Many of you know Bo as a star at DFA over the past 20 years but before that Bo became a football legend at the University of Washington. Bo is being honored at the Husky game this weekend and this recognition is well deserved. I just wanted to share this article I dug up giving you a few highlights his storied career.
He had a name suited for toughness, but only because his younger sister, Cindy, couldn’t pronounce Bob.
In 1974, Cornell was two games into an NFL position switch with the Buffalo Bills — from backup fullback to starting linebacker — when he chased after Malone on a running play moving away from him. When the Dolphins tailback finally turned up field, the pursuer delivered a massive blow.
“I hit him in the head and we both went down; he was out cold,” Cornell recalled. “He had to be carried off the field on a stretcher. I chipped a big chunk of tooth. I felt I should have been carried off, too.
A lineman told me that was the hardest hit he had ever seen in his life.”
Today, Cornell travels in a far less violent world. At 56, he’s a slighter man with a mild demeanor. He’s into finance, a regional director for California-based Dimensional Fund Advisors. An Issaquah resident, he’s been married to his high school sweetheart, Jeanie, for 33 years and has two grown children.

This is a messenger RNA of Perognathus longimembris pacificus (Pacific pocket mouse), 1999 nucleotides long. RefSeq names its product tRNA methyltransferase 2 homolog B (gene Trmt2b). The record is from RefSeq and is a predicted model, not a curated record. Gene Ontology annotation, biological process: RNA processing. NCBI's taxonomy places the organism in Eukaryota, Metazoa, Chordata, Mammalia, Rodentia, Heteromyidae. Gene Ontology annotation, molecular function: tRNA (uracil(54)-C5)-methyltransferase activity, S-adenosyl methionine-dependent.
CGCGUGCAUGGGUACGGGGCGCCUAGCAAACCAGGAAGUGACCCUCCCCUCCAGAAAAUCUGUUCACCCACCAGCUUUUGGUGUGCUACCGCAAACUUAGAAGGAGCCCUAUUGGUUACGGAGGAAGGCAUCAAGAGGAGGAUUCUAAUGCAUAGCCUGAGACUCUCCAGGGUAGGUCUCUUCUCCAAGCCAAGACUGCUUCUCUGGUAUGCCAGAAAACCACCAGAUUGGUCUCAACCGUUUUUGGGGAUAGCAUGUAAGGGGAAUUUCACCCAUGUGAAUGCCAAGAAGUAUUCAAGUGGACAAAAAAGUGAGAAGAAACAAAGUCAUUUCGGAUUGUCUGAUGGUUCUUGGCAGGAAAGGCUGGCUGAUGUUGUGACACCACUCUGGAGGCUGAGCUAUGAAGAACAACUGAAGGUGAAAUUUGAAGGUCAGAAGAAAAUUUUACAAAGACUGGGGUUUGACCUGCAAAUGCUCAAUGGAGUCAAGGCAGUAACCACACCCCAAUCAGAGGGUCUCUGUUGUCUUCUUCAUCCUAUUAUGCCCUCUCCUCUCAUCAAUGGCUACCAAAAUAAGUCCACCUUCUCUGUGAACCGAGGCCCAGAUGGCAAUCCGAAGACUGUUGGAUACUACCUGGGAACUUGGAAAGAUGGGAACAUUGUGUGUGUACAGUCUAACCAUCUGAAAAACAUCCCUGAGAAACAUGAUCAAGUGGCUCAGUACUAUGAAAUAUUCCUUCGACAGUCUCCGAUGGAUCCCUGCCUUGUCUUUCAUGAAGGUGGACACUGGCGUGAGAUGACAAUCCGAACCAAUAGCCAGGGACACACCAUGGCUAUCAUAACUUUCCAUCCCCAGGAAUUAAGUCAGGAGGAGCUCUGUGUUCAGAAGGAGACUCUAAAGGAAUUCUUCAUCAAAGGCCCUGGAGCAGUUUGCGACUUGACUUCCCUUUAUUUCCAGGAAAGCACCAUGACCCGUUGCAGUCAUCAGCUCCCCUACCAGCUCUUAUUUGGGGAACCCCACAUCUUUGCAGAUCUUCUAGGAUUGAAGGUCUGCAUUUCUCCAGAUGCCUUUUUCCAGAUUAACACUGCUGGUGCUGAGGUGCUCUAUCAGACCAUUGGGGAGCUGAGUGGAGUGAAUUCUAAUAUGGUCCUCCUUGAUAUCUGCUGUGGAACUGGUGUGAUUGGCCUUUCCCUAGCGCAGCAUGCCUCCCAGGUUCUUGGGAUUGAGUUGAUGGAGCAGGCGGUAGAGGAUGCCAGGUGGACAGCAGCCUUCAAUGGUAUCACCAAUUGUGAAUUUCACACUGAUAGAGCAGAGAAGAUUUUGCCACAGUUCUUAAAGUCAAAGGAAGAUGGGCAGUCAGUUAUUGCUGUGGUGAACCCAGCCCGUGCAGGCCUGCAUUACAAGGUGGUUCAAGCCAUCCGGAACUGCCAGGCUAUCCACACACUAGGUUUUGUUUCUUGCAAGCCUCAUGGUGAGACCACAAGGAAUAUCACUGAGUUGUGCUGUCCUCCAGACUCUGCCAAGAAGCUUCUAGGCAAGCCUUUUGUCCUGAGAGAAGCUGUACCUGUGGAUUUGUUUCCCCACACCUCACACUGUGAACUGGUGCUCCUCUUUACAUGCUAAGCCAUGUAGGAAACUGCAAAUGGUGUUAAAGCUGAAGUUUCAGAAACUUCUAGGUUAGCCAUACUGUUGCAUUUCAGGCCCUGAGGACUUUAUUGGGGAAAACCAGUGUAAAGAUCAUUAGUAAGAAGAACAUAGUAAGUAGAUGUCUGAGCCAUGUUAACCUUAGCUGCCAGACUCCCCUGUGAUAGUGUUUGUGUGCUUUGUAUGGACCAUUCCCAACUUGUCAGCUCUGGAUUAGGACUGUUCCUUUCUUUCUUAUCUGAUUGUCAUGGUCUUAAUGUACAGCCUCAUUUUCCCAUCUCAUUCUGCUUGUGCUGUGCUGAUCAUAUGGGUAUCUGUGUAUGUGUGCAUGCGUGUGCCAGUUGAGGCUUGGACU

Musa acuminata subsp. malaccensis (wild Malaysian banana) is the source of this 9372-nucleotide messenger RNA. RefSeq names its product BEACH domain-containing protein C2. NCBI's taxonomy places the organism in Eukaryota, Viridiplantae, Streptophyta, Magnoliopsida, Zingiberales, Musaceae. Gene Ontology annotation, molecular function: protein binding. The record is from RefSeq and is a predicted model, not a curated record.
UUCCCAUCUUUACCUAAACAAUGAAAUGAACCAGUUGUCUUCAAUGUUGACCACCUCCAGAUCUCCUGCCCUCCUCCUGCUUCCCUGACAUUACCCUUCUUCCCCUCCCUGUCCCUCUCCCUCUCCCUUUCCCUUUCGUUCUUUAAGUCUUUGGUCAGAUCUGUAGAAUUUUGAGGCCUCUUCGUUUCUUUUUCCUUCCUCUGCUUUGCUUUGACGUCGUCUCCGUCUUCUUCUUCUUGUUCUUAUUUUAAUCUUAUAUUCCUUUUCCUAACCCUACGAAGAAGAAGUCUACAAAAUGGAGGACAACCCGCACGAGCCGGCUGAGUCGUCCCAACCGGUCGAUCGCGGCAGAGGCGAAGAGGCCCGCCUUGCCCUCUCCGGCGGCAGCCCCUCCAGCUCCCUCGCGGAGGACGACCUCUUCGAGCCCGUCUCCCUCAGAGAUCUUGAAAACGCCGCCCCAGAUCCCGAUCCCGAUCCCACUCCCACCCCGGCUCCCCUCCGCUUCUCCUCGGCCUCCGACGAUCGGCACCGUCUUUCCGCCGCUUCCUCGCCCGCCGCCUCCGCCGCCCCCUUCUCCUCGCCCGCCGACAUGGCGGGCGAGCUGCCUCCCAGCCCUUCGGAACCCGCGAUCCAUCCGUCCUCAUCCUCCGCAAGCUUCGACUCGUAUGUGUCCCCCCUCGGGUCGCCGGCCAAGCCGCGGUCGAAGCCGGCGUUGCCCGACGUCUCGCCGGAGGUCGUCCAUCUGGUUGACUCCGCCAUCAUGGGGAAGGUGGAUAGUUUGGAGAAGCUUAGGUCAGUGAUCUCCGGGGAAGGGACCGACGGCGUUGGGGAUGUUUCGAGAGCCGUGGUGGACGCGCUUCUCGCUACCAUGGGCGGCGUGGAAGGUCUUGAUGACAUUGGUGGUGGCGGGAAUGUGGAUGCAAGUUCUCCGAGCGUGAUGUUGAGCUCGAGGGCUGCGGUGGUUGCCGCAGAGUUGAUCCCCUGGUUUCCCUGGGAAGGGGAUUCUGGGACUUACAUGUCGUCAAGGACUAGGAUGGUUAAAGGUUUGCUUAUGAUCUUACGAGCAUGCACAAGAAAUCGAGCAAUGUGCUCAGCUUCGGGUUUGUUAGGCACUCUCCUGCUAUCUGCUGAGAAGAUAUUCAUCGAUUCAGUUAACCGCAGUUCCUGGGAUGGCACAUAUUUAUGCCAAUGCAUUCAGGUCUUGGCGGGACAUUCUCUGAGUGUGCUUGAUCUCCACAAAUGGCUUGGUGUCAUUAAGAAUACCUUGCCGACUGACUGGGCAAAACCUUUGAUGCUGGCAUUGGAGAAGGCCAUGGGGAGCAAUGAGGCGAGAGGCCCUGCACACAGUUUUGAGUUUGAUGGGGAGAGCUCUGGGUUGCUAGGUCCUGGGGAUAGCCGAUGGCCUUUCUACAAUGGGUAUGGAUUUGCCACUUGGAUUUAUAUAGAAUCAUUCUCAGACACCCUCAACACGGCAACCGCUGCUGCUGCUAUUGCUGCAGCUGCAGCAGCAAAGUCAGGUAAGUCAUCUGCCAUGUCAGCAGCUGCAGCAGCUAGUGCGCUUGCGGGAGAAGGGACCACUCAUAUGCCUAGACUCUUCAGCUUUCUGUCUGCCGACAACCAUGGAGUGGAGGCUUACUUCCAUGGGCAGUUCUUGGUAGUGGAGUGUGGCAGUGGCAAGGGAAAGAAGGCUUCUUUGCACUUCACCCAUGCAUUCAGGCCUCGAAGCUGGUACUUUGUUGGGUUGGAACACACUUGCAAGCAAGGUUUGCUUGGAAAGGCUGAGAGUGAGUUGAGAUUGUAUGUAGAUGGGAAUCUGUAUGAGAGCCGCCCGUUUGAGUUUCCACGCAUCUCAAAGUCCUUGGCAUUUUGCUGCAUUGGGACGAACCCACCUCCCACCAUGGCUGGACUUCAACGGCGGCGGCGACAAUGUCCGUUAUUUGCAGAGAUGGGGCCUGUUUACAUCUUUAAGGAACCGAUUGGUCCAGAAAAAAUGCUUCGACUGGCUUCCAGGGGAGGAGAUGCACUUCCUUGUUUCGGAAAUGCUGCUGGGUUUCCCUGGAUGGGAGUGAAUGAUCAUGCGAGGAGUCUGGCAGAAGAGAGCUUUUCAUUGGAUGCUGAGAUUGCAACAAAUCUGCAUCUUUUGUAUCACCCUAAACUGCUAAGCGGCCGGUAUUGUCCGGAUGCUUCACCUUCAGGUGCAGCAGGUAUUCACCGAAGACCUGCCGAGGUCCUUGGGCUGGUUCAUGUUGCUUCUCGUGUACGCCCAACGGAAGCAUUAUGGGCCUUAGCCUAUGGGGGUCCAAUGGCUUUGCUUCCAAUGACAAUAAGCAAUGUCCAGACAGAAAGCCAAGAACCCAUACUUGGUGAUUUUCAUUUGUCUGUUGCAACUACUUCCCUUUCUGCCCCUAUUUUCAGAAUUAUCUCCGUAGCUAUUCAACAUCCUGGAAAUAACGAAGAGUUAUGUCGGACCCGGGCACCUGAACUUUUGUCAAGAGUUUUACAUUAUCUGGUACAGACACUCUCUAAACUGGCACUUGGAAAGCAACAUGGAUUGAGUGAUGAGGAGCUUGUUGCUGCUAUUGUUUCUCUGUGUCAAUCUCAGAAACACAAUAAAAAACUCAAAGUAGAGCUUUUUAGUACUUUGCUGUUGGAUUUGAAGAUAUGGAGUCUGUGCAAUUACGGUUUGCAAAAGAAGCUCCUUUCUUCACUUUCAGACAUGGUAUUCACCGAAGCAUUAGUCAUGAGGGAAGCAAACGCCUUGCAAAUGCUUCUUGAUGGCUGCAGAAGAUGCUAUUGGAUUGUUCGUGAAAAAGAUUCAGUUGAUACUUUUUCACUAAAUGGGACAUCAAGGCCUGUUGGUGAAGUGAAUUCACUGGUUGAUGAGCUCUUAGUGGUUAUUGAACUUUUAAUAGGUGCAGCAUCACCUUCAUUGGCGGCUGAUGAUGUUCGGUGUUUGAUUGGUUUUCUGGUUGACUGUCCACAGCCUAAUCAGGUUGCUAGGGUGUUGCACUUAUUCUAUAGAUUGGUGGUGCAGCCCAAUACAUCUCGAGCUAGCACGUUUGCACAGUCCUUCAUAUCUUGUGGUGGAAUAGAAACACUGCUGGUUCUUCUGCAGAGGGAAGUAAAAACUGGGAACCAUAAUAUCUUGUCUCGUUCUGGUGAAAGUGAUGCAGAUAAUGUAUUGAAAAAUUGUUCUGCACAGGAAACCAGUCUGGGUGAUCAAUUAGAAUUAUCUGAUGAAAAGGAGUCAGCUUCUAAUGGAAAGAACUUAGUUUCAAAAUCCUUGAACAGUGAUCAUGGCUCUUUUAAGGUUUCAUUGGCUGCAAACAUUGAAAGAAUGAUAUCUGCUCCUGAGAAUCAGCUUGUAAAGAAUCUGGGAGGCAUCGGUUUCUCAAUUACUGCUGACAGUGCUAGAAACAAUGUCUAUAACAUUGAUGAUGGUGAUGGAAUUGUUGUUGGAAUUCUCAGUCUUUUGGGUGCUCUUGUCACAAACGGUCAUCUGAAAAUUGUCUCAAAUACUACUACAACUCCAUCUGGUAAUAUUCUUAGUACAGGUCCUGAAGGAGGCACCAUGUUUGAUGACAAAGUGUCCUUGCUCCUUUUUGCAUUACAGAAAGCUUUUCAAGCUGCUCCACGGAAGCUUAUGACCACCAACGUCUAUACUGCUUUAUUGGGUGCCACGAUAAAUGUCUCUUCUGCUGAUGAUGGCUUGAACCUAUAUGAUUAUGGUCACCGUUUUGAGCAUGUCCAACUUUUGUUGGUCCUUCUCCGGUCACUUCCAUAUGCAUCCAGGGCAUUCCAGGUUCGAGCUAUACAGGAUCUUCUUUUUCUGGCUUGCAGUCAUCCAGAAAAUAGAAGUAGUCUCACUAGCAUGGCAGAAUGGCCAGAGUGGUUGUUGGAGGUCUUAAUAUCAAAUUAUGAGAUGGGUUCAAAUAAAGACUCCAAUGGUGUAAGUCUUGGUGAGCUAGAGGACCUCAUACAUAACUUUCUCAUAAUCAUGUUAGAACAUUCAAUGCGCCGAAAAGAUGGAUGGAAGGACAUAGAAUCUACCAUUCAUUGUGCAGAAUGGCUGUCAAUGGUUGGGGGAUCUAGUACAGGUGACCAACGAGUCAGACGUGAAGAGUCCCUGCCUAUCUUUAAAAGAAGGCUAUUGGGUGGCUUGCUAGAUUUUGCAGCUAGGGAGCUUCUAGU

Cornell started playing football when he was 8, advancing to each level with the same players, among them Jim Currie, Rick Smith, Steve Grassley, Bob Vynne and the late Hugh Klofenstein. As Roosevelt seniors, these guys had become such a cohesive unit they won seven of eight games and captured the 1966 Metro League championship, beating Sealth 14-13 in the Thanksgiving Day title game.
Cornell was durable, lifting weights at a downtown gym up to six times a week, starting when he was 15. He got the tough yard whenever needed but was equally impressive in the open field. He returned a punt 66 yards for a touchdown against Lincoln. He scored from 79 yards out against Shorecrest. Recruiters everywhere sought him out.
The UW was not an automatic choice. Cornell pursued an Air Force Academy appointment, thinking he might become a pilot. Yet he was nearsighted and failed a two-day physical at McChord Air Force Base. He signed a national letter of intent with Stanford and placed it in a mailbox, only to have immediate second thoughts. His father retrieved it from a postal worker.
At the UW, Cornell played for two bad teams and one good one, but was consistent throughout. He scored 20 touchdowns and rushed for 1,250 yards in his career. When his team went 1-9 in 1969, he lost just three yards all season while running for 613 in a wishbone offense. Demonstrating his versatility, he caught 33 passes as a senior when the Huskies switched to a passing attack.
The pros wanted him. Cornell was the Cleveland Browns‘ second-round draft pick and spent two seasons as a special-teams player. The Bills traded for him and asked him to move from offense to defense in his second season in Buffalo, considered a radical move at the pro level.
“That was one of the things I was most proud of,” he said. “I had to learn everything on the run. I hadn’t played any defense since high school. To me, it was just football. I wanted to play. I knew I could do it.”